There in Times of Need
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I cannot think of anything more discouraging then not being able to put food on the table, especially if you have children. Not being able to sit down at the kitchen table and share a plate of hot food must magnify every small problem in your day. And even here on our little island, some of our neighbors face that sad daily reality.
In a small basement room, in the St. Paul’s Parish House, Kevin Dugan chips away at hunger one bag of groceries and one smile at a time. This is the Nantucket Emergency Food Pantry. You stop by, fill out a small form with your name, address and phone number, and one of the people who help him run the pantry will hand you a bag of groceries. Simple as that.
“The key is to keep it all simple,” he said. “This is an emergency food kitchen and when you come here you do not need the food next week, you need it today. You want to leave with food, not three pounds of paperwork. Sometimes people make things complicated, but we need to keep this simple.”
On this rainy afternoon, a few days before Thanksgiving, he is asking about milk. Does someone need milk, or cheese? Do they need a turkey for the holiday? Dugan is a big man, with a friendly demeanor and a wide smile. He began volunteering at the pantry when it was run by John Maury, who was a bigger-than-life kind of guy.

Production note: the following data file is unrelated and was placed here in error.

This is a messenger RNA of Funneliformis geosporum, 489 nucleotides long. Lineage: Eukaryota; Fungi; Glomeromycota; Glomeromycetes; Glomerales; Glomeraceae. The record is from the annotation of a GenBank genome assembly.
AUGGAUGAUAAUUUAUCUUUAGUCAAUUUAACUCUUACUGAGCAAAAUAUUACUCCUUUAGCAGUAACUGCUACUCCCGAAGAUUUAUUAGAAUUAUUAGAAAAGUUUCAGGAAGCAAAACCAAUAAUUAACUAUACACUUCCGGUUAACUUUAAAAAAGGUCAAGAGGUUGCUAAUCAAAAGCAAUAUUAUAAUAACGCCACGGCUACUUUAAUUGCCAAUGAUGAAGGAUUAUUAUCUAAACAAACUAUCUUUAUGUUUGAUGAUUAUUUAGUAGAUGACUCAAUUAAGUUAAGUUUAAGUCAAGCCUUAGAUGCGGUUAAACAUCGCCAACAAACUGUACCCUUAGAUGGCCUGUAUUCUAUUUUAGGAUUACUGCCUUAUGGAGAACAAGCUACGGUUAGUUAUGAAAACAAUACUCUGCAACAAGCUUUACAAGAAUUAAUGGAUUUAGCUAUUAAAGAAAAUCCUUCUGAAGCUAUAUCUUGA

“I asked him one day if he needed a volunteer,” Dugan said. “He said sure, but he made it clear that if I said I wanted to help out he expected me to show up. I showed up. I enjoyed it. I eventually took over running it.”
The closest Dugan gets to introspection is to shrug and say, “It was very gratifying, you know? It still is.” People need food, the food pantry has food. He does not treat it like a big deal, although if you are hungry it is a very big deal.
One day a group of kids from a kindergarten class stopped by the pantry on a field trip. He asked them if they thought that on Nantucket everyone has plenty of money. They all agreed it was so. He asked them if they thought anyone went to bed hungry the night before. He asked them if everyone they knew had a good breakfast that morning. They all answered yes, no, yes, in that automatic way of responding.
Duggan shrugs at the story. “They were just kids. They didn’t really understand.” He has a habit of stopping short and letting you finish the thought. There are plenty of grown-ups who think the same way. Do people go to bed hungry on Nantucket? The answer is yes, of course, even before this financial meltdown we find ourselves in the middle of these days.
“There are some really great builders on this island who now have nothing to do because of the economy,” said Dugan. “It’s not their fault. It is easy to get a little down on your luck and need a hand.”
Even if the economy gets better, there is always somebody who needs that helping hand. People get sick and can’t work. People lose their jobs. You can get food at the pantry up to six times a year, to tide you over.
Dugan’s day job is at Visitor Services, so it is not hard to find him.
“For better or worse I have sort of become the face of the food pantry,” he said. “People see me on the street and offer to help, although right now we are in pretty good shape. Or they tell me about someone who might not be doing so well.”
The food pantry is run as part of the Interfaith Council. They look to be well stocked for Thanksgiving, but Christmas is on the way and after that a long winter. They happily accept your donations. You very rarely see examples of it anymore, but Dugan and his volunteers are doing God’s work with a smile.
– John Stanton